While other locals hold the same nostalgia for Satori and the history of Mobile’s music scene, Byrne has a vision for the future that could create memories for those already familiar and just getting acquainted with this landmark locale.

A majority of Satori’s live music performances will be all-ages. While some downtown venues such The Blind Mule offer all-ages shows, the generally age-restrictive environment of the Downtown Mobile entertainment district can be intimidating for some teens and their parents.

Byrne hopes Satori’s West Mobile location and open-arms attitude toward everyone will encourage those who might not want to venture downtown. He also hopes that featuring all-ages shows will encourage youngsters to establish new bands of their own.

“There’s a group of young kids that come here, and I want to give them a chance and help them out in starting their first bands,” Byrne said. “I’ve got some ideas and plans in the works to get that going. Right now, we’ve got a great group of young musicians in their 20’s doing some exciting things, but they’ll be in their 30’s soon. Who will take their place? These kids are like me when I was in middle school going to Satori for the first time. They don’t know what’s out there, even with the internet. We’ve got to get them involved and give them a chance.”

While his personal experience focused on the underground side of music, Byrne hopes to establish an “NPR format” to Satori. One night may feature a singer-songwriter, and another night might bring a symphonic project to the intimate stage. Satori will be just as likely to host a raging set of underground rock as it is a hip-hop showcase.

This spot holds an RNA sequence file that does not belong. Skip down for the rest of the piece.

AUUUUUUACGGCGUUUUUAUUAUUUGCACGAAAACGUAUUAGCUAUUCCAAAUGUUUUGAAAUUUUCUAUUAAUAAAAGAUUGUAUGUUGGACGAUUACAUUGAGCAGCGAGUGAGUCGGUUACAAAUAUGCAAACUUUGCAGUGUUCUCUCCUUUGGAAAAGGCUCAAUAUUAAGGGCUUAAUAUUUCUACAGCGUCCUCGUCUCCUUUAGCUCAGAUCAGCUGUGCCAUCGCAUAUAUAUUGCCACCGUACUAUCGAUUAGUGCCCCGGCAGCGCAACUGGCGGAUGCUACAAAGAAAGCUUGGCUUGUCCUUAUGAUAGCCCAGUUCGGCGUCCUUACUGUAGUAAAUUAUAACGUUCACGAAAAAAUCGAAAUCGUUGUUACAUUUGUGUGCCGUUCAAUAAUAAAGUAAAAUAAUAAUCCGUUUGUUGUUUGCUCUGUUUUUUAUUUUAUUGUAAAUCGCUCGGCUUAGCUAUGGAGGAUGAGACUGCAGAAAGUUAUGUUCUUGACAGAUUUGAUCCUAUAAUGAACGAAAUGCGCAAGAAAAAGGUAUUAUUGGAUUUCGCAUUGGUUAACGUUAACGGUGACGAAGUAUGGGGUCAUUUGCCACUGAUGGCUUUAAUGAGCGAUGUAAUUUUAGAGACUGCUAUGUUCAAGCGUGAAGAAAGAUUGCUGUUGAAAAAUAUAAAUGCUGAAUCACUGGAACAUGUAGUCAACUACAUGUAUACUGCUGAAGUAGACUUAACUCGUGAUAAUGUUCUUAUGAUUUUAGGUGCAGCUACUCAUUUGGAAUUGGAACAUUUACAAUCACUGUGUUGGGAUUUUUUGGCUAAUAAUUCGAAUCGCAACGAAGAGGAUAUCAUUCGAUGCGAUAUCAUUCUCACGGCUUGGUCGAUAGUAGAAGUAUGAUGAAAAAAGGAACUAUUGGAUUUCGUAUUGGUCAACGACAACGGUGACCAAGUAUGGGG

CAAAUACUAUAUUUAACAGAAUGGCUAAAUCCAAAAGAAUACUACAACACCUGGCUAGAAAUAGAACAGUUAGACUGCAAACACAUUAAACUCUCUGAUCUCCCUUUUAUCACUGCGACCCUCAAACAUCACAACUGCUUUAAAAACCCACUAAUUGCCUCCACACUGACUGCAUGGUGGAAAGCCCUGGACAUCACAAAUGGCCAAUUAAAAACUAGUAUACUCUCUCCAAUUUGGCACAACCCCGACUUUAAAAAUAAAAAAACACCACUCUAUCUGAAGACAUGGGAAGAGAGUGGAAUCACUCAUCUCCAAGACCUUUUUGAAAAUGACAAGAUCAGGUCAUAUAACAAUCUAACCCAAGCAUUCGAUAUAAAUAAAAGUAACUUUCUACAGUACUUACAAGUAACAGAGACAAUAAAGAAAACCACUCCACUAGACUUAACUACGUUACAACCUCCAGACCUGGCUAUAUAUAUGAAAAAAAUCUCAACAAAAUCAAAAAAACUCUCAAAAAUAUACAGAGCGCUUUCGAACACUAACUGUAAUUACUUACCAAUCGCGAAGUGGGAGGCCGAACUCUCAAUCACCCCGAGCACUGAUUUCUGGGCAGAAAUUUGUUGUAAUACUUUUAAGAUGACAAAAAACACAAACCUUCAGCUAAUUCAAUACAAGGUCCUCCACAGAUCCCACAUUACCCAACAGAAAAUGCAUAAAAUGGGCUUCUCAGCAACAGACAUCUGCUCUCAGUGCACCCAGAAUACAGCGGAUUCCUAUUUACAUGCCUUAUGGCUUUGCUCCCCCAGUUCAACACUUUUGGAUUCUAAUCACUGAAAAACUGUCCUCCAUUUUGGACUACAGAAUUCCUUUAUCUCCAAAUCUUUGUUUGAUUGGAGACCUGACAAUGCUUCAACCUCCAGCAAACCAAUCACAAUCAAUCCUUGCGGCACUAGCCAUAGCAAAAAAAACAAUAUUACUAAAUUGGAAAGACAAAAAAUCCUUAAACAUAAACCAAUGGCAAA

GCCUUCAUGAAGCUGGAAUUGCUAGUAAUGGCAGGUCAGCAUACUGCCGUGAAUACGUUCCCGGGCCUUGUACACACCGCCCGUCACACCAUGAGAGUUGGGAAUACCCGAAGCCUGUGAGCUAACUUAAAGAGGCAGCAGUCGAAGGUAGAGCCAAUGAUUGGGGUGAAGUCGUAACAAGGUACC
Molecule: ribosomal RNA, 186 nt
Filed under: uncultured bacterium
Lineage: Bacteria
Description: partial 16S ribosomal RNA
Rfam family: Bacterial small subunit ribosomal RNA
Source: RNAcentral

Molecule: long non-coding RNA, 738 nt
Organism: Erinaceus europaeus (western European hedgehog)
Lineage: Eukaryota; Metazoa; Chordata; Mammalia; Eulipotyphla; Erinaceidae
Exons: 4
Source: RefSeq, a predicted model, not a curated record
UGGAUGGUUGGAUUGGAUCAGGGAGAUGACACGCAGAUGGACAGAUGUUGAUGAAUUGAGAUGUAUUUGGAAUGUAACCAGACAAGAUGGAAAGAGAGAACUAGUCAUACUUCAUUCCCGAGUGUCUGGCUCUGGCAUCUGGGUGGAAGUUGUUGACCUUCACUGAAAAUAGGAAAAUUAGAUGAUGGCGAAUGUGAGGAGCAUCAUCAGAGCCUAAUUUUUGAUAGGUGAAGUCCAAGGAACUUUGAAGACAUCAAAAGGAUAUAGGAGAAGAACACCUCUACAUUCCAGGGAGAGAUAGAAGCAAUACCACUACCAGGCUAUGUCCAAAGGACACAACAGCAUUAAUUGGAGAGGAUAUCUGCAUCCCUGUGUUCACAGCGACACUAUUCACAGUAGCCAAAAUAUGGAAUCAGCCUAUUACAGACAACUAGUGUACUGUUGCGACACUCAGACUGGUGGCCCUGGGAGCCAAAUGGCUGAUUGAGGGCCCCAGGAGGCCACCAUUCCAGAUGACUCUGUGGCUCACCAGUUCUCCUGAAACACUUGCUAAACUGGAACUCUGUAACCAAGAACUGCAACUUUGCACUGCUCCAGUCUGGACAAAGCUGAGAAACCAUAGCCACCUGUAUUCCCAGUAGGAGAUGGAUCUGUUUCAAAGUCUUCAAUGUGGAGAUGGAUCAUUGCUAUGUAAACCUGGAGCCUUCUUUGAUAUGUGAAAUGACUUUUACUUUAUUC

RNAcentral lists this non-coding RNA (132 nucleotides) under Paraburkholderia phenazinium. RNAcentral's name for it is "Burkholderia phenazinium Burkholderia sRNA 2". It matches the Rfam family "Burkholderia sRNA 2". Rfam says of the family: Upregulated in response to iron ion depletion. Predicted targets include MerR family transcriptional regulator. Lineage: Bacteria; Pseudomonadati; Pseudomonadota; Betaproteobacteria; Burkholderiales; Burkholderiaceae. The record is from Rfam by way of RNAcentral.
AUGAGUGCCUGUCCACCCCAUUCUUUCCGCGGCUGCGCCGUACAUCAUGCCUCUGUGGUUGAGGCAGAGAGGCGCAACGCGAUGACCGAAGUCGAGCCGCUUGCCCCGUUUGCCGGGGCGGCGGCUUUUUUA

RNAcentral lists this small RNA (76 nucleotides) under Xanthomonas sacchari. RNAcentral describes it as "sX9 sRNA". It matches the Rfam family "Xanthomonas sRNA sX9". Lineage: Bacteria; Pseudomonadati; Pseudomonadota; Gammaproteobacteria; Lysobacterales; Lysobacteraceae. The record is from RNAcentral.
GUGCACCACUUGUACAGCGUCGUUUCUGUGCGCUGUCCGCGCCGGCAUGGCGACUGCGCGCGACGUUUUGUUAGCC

Byrne plans to host monthly mixtape meet-ups as well as a collaborative vinyl night with Mobile Records, when he also hopes to feature live music. He says Satori will continue to host the University of South Alabama’s Independent Music Collective and the Mobile Jazz Club will also use Satori for a monthly performance.

“[Mobile Jazz Club] is a group of working musicians and some people that play with musicians,” Byrne said. “They do jazz standards, and there is no cover. It’s just a group of people doing it for their love of jazz music. It’s just a great and fun event, and they’re another group that I’m lucky to have here.”

Once he and his brother finish with the legal aspects of joining Satori, Byrne will shift more focus to live music, which he considers “the fun stuff.” Additionally, Satori will also be extending its closing time to 2 a.m. four nights a week to cater those working in the service industry or up late studying for exams.

Overall, Byrne’s vision for Satori is to reflect the “multicultural hub” that area of West Mobile around the University of South Alabama has become. Similarly, the Byrne brothers aim to promote diversity and inclusion within Satori’s sky blue exterior walls.

“We’ve got international students playing chess in there,” he said. “We’ve got political groups, Christian groups and language groups meeting here. Whether people realize it or not, it’s a center for diversity and community expression.”